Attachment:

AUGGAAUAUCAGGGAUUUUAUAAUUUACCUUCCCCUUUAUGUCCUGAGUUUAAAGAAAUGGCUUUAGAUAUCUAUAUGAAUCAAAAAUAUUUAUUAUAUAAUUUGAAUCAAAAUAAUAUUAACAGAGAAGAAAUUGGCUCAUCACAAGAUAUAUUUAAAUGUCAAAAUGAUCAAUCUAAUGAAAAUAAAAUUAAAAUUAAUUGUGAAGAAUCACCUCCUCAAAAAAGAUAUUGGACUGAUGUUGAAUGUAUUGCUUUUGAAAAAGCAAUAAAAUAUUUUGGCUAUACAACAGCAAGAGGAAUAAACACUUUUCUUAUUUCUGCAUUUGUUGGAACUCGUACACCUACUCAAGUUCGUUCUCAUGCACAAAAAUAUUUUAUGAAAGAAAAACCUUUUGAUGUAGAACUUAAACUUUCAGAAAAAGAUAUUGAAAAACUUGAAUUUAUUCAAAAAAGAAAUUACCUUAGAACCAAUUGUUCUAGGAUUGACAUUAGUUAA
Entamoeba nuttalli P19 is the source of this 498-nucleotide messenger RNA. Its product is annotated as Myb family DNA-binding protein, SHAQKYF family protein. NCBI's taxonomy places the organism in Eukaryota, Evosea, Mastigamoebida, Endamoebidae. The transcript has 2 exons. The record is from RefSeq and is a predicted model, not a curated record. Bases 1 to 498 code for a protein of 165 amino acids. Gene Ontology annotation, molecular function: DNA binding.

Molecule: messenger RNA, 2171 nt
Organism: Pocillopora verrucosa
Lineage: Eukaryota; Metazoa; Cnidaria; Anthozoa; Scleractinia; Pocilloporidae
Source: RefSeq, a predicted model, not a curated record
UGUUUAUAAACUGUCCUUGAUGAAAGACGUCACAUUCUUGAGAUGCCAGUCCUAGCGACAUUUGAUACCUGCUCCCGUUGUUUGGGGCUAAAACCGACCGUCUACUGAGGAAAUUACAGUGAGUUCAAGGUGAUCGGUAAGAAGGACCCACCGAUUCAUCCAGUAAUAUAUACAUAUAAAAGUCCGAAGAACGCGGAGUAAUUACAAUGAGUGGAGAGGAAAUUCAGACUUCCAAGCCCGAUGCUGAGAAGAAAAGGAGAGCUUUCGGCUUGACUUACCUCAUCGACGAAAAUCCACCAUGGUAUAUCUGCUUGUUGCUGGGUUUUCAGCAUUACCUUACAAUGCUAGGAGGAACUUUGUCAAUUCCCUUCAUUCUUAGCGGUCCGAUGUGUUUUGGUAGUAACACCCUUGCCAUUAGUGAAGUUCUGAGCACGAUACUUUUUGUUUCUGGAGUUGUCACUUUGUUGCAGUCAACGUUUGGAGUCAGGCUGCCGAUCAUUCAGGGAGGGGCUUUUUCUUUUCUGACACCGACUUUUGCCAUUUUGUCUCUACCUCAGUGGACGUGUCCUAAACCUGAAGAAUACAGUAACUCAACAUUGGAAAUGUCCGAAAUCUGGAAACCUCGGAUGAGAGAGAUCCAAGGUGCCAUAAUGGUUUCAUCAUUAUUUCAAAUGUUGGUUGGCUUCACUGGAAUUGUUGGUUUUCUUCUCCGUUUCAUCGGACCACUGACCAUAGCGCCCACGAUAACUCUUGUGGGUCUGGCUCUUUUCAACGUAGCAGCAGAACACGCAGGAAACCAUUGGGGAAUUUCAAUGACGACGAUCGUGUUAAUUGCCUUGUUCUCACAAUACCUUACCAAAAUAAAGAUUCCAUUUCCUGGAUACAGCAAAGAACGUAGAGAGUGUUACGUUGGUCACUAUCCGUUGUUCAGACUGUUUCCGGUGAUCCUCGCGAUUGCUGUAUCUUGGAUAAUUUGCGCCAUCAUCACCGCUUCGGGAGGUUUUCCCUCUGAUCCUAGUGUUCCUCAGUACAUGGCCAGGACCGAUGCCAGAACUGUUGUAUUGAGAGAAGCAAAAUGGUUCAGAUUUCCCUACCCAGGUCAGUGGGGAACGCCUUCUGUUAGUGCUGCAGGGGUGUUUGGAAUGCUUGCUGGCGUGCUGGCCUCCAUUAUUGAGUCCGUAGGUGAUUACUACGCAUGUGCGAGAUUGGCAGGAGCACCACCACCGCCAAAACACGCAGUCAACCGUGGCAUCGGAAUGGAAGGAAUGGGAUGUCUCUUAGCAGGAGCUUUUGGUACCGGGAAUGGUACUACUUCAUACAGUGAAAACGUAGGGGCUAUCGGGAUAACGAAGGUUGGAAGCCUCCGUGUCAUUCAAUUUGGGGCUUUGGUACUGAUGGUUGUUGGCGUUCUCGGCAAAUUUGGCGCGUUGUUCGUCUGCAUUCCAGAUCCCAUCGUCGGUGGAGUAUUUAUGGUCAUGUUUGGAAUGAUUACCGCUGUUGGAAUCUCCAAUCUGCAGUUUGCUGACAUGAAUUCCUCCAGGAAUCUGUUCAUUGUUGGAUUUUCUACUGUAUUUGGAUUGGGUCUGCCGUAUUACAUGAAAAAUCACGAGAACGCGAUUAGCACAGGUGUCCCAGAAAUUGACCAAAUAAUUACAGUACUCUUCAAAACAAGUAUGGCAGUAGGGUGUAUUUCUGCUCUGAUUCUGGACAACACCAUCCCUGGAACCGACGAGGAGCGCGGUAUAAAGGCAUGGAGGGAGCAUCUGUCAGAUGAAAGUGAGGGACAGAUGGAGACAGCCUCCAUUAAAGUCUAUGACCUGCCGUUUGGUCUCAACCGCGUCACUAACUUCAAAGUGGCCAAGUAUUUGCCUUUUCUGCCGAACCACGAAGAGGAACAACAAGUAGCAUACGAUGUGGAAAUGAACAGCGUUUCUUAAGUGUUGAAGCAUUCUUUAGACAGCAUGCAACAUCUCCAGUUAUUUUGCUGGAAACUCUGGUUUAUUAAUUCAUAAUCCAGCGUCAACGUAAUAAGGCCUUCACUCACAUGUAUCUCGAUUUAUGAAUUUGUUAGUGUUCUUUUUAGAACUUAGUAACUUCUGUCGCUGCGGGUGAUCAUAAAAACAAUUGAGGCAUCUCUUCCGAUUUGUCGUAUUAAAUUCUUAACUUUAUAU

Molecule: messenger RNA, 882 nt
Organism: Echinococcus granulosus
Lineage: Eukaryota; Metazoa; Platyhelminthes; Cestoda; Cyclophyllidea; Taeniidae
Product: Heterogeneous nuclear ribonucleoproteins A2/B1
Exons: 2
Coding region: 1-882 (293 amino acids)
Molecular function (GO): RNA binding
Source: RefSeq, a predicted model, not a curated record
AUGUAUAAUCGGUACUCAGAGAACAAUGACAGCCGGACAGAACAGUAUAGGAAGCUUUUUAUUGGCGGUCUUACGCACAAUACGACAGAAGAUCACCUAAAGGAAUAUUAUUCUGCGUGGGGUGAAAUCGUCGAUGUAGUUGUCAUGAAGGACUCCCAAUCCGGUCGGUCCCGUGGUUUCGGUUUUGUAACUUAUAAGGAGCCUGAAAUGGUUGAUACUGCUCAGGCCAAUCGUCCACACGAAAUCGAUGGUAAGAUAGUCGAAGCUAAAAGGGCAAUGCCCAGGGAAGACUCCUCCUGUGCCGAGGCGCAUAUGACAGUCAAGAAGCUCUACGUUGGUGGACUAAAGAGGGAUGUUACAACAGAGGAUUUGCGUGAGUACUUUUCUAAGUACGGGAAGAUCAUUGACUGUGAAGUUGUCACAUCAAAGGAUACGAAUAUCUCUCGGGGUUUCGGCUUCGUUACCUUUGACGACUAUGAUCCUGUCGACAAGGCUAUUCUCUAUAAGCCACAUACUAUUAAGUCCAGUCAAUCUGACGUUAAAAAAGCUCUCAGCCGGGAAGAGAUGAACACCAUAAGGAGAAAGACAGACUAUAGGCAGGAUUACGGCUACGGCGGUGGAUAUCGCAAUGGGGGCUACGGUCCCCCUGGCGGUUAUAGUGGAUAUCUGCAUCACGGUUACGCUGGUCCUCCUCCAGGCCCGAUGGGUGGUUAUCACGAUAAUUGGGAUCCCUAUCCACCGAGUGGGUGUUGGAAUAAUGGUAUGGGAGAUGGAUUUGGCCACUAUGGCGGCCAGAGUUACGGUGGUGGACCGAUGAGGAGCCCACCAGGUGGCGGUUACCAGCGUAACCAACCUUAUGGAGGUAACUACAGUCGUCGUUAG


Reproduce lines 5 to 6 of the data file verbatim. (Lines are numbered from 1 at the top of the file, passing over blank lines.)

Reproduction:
Lineage: Eukaryota; Metazoa; Cnidaria; Anthozoa; Scleractinia; Pocilloporidae
Source: RefSeq, a predicted model, not a curated record